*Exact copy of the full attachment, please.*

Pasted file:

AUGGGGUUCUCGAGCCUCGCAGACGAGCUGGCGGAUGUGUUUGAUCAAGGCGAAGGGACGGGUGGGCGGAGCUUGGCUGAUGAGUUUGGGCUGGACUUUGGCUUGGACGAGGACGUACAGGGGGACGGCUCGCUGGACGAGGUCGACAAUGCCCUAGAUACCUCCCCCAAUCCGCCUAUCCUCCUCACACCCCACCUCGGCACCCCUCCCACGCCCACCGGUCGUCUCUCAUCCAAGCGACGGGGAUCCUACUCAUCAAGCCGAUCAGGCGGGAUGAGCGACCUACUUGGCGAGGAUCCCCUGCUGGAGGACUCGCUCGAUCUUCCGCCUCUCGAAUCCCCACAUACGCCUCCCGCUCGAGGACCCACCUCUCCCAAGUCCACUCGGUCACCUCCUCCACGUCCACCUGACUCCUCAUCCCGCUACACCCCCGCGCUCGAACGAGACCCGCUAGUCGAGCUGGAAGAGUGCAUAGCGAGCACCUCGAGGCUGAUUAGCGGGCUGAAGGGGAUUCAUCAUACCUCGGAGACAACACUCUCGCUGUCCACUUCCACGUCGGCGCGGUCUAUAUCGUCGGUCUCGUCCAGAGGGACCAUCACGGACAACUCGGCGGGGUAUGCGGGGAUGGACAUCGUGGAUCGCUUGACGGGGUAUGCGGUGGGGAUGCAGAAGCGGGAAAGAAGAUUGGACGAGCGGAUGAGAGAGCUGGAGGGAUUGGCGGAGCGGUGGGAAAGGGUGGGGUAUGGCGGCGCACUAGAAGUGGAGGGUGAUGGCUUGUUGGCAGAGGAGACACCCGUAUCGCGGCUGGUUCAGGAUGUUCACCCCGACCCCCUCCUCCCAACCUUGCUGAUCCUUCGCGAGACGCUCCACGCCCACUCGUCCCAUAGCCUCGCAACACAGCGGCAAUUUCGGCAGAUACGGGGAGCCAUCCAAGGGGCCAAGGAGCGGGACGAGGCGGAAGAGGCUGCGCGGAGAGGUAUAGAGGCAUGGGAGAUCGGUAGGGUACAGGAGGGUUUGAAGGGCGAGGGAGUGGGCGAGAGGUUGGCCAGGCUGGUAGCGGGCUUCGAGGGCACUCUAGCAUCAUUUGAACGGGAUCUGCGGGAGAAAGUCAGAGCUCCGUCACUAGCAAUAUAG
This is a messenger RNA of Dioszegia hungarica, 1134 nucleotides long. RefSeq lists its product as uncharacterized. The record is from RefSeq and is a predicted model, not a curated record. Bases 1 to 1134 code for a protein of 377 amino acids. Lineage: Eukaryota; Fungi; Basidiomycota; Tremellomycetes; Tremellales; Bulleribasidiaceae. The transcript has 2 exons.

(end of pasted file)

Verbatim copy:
AUGGGGUUCUCGAGCCUCGCAGACGAGCUGGCGGAUGUGUUUGAUCAAGGCGAAGGGACGGGUGGGCGGAGCUUGGCUGAUGAGUUUGGGCUGGACUUUGGCUUGGACGAGGACGUACAGGGGGACGGCUCGCUGGACGAGGUCGACAAUGCCCUAGAUACCUCCCCCAAUCCGCCUAUCCUCCUCACACCCCACCUCGGCACCCCUCCCACGCCCACCGGUCGUCUCUCAUCCAAGCGACGGGGAUCCUACUCAUCAAGCCGAUCAGGCGGGAUGAGCGACCUACUUGGCGAGGAUCCCCUGCUGGAGGACUCGCUCGAUCUUCCGCCUCUCGAAUCCCCACAUACGCCUCCCGCUCGAGGACCCACCUCUCCCAAGUCCACUCGGUCACCUCCUCCACGUCCACCUGACUCCUCAUCCCGCUACACCCCCGCGCUCGAACGAGACCCGCUAGUCGAGCUGGAAGAGUGCAUAGCGAGCACCUCGAGGCUGAUUAGCGGGCUGAAGGGGAUUCAUCAUACCUCGGAGACAACACUCUCGCUGUCCACUUCCACGUCGGCGCGGUCUAUAUCGUCGGUCUCGUCCAGAGGGACCAUCACGGACAACUCGGCGGGGUAUGCGGGGAUGGACAUCGUGGAUCGCUUGACGGGGUAUGCGGUGGGGAUGCAGAAGCGGGAAAGAAGAUUGGACGAGCGGAUGAGAGAGCUGGAGGGAUUGGCGGAGCGGUGGGAAAGGGUGGGGUAUGGCGGCGCACUAGAAGUGGAGGGUGAUGGCUUGUUGGCAGAGGAGACACCCGUAUCGCGGCUGGUUCAGGAUGUUCACCCCGACCCCCUCCUCCCAACCUUGCUGAUCCUUCGCGAGACGCUCCACGCCCACUCGUCCCAUAGCCUCGCAACACAGCGGCAAUUUCGGCAGAUACGGGGAGCCAUCCAAGGGGCCAAGGAGCGGGACGAGGCGGAAGAGGCUGCGCGGAGAGGUAUAGAGGCAUGGGAGAUCGGUAGGGUACAGGAGGGUUUGAAGGGCGAGGGAGUGGGCGAGAGGUUGGCCAGGCUGGUAGCGGGCUUCGAGGGCACUCUAGCAUCAUUUGAACGGGAUCUGCGGGAGAAAGUCAGAGCUCCGUCACUAGCAAUAUAG
This is a messenger RNA of Dioszegia hungarica, 1134 nucleotides long. RefSeq lists its product as uncharacterized. The record is from RefSeq and is a predicted model, not a curated record. Bases 1 to 1134 code for a protein of 377 amino acids. Lineage: Eukaryota; Fungi; Basidiomycota; Tremellomycetes; Tremellales; Bulleribasidiaceae. The transcript has 2 exons.